Late HIV treatment increases risk of death three-fold in Uganda

Carole Leach-Lemens
Published: 16 July 2012

Starting ART at CD4 cell counts below 50 cells/mm3 increased the relative risk of death by approximately 60%, compared to starting at 150 to 249 cells/mm3 or more, and more than tripled the risk of death when compared to starting at a CD4 count above 300 cells/mm3. These findings were reported by Edward J Mills and colleagues in an observational study of 22,315 patients in ten clinics in Uganda, studied over a ten-year period, and published in the advance online edition of AIDS.

The lower the CD4 cell count at the start of ART, the greater the risk of death. Death rates were highest in the first year.

Over a median follow-up period of 31 months ((IQR: 19-45), 6.7% died and 6.4% were lost to follow-up.

This is, note the authors, the largest study to look at the effects of baseline CD4 cell count on mortality in HIV patients on ART in sub-Saharan Africa, and to quantify the relative risk of very late initiation of antiretroviral therapy. 

CD4 cell count at the start of ART is one of the most important predictors of survival. Patients in most resource-poor settings start ART late in the course of their illness, often with very low CD4 cell counts

Current World Health Organization guidelines recommend that ART is started at 350 cells/mm3 or below; the International AIDS Society guidelines recommend starting at 500 cells/mm3 or below. Guidance is based on limited and conflicting data from resource-rich settings.

Data from The AIDS Support Organisation (TASO) clinics in Uganda, from patients aged 14 or over who had started ART between 1 January 2000 and 1 February 2010, were analysed.

Patients were followed until death or the end of the study. Age, gender, and baseline CD4 cell count (divided by categories: below 50, 50 to 99, 100 to 149, 150 to 249, 250 to 299, and at or above 300 cells/mm3) were noted. Survival was assessed according to these categories.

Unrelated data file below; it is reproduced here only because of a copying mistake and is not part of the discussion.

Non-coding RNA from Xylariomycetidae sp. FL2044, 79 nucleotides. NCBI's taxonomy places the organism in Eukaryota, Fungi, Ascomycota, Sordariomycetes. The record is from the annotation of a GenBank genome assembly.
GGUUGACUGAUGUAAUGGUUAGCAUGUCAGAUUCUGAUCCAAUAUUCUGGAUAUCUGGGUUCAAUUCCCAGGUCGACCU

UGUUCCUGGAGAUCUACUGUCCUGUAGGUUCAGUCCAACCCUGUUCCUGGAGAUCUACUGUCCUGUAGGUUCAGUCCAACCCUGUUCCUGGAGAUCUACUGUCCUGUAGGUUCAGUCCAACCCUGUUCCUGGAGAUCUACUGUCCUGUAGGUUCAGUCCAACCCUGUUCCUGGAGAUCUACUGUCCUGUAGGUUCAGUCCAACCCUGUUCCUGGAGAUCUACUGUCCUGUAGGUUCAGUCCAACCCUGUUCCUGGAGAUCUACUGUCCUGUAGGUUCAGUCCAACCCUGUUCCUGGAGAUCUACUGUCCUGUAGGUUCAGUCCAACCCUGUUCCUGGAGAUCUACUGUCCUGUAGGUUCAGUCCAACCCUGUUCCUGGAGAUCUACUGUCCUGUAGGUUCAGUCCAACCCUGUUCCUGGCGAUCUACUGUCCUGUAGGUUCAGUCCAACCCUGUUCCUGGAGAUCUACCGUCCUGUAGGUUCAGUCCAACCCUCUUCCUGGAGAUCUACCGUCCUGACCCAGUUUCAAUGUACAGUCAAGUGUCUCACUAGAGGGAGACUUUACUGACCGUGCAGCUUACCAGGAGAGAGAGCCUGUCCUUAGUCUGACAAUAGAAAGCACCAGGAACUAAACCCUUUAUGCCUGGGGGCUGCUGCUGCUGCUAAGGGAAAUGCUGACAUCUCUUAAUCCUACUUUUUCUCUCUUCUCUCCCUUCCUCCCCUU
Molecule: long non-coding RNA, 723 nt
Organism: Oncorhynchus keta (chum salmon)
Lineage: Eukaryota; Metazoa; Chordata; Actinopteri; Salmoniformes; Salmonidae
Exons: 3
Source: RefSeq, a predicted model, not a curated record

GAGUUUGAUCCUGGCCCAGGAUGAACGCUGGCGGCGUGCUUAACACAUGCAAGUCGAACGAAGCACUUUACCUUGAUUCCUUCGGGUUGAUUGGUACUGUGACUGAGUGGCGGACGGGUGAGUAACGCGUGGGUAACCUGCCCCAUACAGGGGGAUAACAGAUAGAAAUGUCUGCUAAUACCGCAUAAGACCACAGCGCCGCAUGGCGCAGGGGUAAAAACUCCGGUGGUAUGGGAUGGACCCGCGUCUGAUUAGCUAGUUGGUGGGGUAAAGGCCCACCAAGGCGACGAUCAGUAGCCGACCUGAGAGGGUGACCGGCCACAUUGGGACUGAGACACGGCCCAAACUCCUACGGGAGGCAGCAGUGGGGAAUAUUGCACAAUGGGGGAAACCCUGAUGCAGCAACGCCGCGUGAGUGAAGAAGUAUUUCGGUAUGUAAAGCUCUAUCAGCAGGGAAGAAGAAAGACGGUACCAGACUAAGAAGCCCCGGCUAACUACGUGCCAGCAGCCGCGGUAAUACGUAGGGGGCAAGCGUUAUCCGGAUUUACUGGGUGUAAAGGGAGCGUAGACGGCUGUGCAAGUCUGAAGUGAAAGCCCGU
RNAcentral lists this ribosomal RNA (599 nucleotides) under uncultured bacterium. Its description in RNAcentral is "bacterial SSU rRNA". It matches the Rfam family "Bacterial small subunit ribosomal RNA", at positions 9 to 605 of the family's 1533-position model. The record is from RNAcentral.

Median age was 37 years (IQR: 31-43) and 70% of patients were female.

Median CD4 cell count at the start of ART was 142 cells/mm3 (IQR: 70-206 cells/mm3), with more than 70% starting with a CD4 cell count under 200 cells/mm3.

Sixty per cent of patients started treatment at an advanced stage of their illness (WHO disease stage II or III).  Adherence was maintained at 95% and over for 85.8% of patients.

The authors note that, unlike many programmes in Africa, TASO programmes have a relatively low loss-to-follow-up rate, as shown in this study. They explain that TASO clinics provide adherence counsellors and database managers at each of their sites. In addition, peer support groups and psychosocial support have played an important role in TASO programmes, from the beginnings of the epidemic in Uganda.

Crude mortality rates ranged from 53.8 per 1000 patient-years (95% CI: 48.8-58.8) among those starting ART with CD4 cell counts below 50 cells/mm3, to 15.7 per 1000 patient-years (95% CI: 12.1-19.3) for those with CD4 cell counts over 300 cells/mm3.

Adjusting for gender, WHO disease stage and year when starting ART, the risk of death increased significantly as the CD4 cell count decreased. However, the authors stress that the best time to start ART cannot be determined from this study.

Relative to a CD4 cell count at baseline of under 50 cells/mm3, the risk of mortality was 0.75 (95% CI: 0.65-0.88)at 50 to 99 cells/mm3; 0.60 (95% CI: 0.51-0.70) at 100 to 149 cells/mm3; 0.43 (95% CI: 0.37-0.50) at 150 to 249 cells/mm3and 0.41 (95% CI: 0.33-0.51) at more than 250 cells/mm3, p=<0.001.

Even when taking into account the missing baseline CD4 cell counts of 3817 patients (17.1%), the differences remained significant.

The authors note that the missing data, as in other resource-poor settings, reflect a lack of resources. In addition, they note that routine patient data – such as viral load or resistance testing data – are not available, so it is not possible to understand how these factors may have affected mortality in this cohort. 

The authors caution against drawing conclusions about causality as this was an observational study.

The authors note their study did not take into account patients, in any of the CD4 cell-count categories, who died before receiving ART.

Uganda guidelines recommend patients start ART at or below 250 cells/mm3. In the interests of improved access to treatment and health, the Ugandan Ministry of Health is considering an increase in the threshold for starting treatment to 300 cells/mm3.

The authors conclude that starting ART earlier is associated with increased survival benefits and “may extend beyond mortality alone to decreased co-infections, decreased resource costs and possibly even prevention efforts”.

Reference

Mills EJ et al. Mortality by baseline CD4 cell count among HIV patients initiating antiretroviral therapy: evidence from a large cohort in Uganda. AIDS 25(6):851-855 (DOI:10.1097/QAD.0b013e32834564e9), 2011.